- The Maximum number of columns in a table or view is 1000. If you try to create a table with more than 1000 columns or alter a table to add column(s) beyond 1000, Oracle throws the following error:
ORA-01792: maximum number of columns in a table or view is 1000
All of the columns can be lob. So, the maximum number of lob columns per table is 1000.
- The Maximum number of columns while creating an Index is 32. If you try to create an index with more than 32 columns, Oracle throws the following error:
ORA-01793: maximum number of index columns is 32
- The Maximum number of datafiles that can be added to an Oracle database is 65536. The initialization parameter "db_files" specifies the maximum number of database files that can be opened for database. The default value for this parameter is 200.
- The Maximum number of blocks in a datafile is 4,294,967,296.
- The Maximum datafile size is calculated as:
Maximum datafile size = db_block_size * maximum number of blocks
So, for a database with block size of 16K, the maximum datafile size is 16 * 4294967296 i.e. 64GB.
- The Maximum database size is calculated as:
Maximum database size = maximum datafile size * maximum number of datafile
So, for a database with block size 16K, the maximum database size is 64*65536 i.e. 4exabytes.
- The maximum size of CHAR column is 2000 bytes, VARCAHR2 column is 4000 byte and LOB column is 4 GB.
- The maximum number of tablespace that can be added to an Oracle database is 65536.
- The maximum number of triggers which can be created on a table is Unlimited. Before Oracle 10G, this was restricted to 12. The maximum size of a trigger is 32K.
- The maximum number of job queue processes(Jnnn) that can be spawned concurrently is 1000. The JOB_QUEUE_PROCESSES initialization parameter control this. It also controls weather a coordinated job queue process (CJQ0) is started by the instance. If set to 0, no job queue jobs are executed.
This is another Oracle inbuilt function. As a developer, I have never used it but I found it quite interesting and useful. The dump function returns a varchar2 value which looks something like:
Typ=<Datatype Code> Len=<Lenght of the expression>: <Internal Representation>
This is the code for the Oracle built-in datatypes. These codes are used internally by Oracle. I don't know any other function / table except "dump" function that can return this code. For details of these datatypes codes, please refer:
Length of the expression (in bytes):
This is the length of the input expression.
Internal Representation of the input expression:
This is the notation in which you want to see the tokenized input string (comma delimited).
Syntax: dump (expression[, display_format [, start_position [, length]]] )
The exact definition of this function is (extracted from standard package)
function DUMP( e varchar2 character set any_cs,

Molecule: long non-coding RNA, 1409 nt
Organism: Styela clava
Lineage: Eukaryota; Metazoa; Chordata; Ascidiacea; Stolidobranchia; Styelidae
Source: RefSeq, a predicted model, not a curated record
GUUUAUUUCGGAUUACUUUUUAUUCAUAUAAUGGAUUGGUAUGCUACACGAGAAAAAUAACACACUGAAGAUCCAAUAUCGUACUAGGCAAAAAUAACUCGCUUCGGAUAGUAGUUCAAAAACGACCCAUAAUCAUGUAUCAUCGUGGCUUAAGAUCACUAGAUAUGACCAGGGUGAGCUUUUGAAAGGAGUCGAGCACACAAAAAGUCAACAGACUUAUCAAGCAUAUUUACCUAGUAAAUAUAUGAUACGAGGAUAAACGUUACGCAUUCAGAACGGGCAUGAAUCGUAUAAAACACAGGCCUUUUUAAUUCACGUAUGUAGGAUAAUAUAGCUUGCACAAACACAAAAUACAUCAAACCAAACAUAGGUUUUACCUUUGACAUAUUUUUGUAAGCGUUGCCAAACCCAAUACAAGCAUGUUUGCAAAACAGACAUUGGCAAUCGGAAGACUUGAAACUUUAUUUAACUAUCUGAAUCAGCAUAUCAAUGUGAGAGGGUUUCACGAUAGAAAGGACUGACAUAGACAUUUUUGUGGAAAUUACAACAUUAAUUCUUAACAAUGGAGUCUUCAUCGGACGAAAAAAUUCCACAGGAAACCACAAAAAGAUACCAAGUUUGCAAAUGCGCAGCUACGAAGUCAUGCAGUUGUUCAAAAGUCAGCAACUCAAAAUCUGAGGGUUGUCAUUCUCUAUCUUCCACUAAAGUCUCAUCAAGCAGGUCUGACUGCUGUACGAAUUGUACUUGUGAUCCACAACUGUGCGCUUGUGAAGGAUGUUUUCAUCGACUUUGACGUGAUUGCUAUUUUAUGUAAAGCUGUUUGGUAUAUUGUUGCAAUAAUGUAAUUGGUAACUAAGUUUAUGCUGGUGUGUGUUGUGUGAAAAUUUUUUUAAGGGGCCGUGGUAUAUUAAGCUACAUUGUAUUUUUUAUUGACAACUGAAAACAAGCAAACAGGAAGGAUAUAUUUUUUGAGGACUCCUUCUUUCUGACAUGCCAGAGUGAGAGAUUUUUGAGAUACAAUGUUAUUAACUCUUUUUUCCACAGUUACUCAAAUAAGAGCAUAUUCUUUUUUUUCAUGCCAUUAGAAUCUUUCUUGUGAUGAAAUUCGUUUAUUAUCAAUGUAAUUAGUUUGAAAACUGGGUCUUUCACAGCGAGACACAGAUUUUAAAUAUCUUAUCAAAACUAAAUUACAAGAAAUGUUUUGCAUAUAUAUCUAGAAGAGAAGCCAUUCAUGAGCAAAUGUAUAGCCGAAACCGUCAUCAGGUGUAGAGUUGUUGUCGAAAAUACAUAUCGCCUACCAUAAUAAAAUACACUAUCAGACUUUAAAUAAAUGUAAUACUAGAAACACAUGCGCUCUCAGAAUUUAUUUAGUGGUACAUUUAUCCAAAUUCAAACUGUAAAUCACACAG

df pls_integer := null,
sp pls_integer := null,
len pls_integer := null)
All of the above except "expression" are optional parameters. Lets discuss them one by one:
This is the input string passed to the function. Usually this is a varchar2 string but number or a date can also be passed. This is an overloaded function.
This parameters determines the representation (format) of the return value. It can have the following values:
8 octal notation
10 decimal notation
16 hexadecimal notation
17 single characters
1008 octal notation with the character set name
1010 decimal notation with the character set name
1016 hexadecimal notation with the character set name
1017 single characters with the character set name
Default display format is Decimal without characterset information (10).
The starting point from where you want to display the string. Default starting position is 1.
The lenght of the string you want to display the string upto, starting from [start_position] or from 1. Default lenght is complete length of the expression.
Lets see how it works through some examples:
DUMP('STRING') Typ=96 Len=6: 83,84,82,73,78,71 (Default display format, Decimal)
DUMP('STRING', 8 ) Typ=96 Len=6: 123,124,122,111,116,107
DUMP('STRING', 10) Typ=96 Len=6: 83,84,82,73,78,71
DUMP('STRING', 16) Typ=96 Len=6: 53,54,52,49,4e,47
DUMP('STRING', 17) Typ=96 Len=6: S,T,R,I,N,G
Another way of Tokenizing the string, hmmm
DUMP('STRING', 1008 )
Typ=96 Len=6 CharacterSet=WE8ISO8859P1: 123,124,122,111,116,107
Let's see how start_position/length works:
DUMP('STRING', 17, 3) Typ=96 Len=6: R,I,N,G
DUMP('STRING', 17, 3, 3 ) Typ=96 Len=6: R,I,N
DUMP('STRING', 3) Typ=96 Len=6: 83,84,82,73,78,71
Because this is positional notation, the value 3 is getting assigned to display_format and thus getting ignored as this value is undefined.
The function returns the string "NULL" for null value passed.
As I mentioned before, this is overloaded function and can take number/date as parameter.
DUMP(10001, 17) Typ=2 Len=4: c3,^B,^A,^B
DUMP(sysdate, 17) Typ=13 Len=8: ^G,da,^H,^L,^R,^O,2,^@
I am not able to comprehend these outputs. If someone understands it, please share.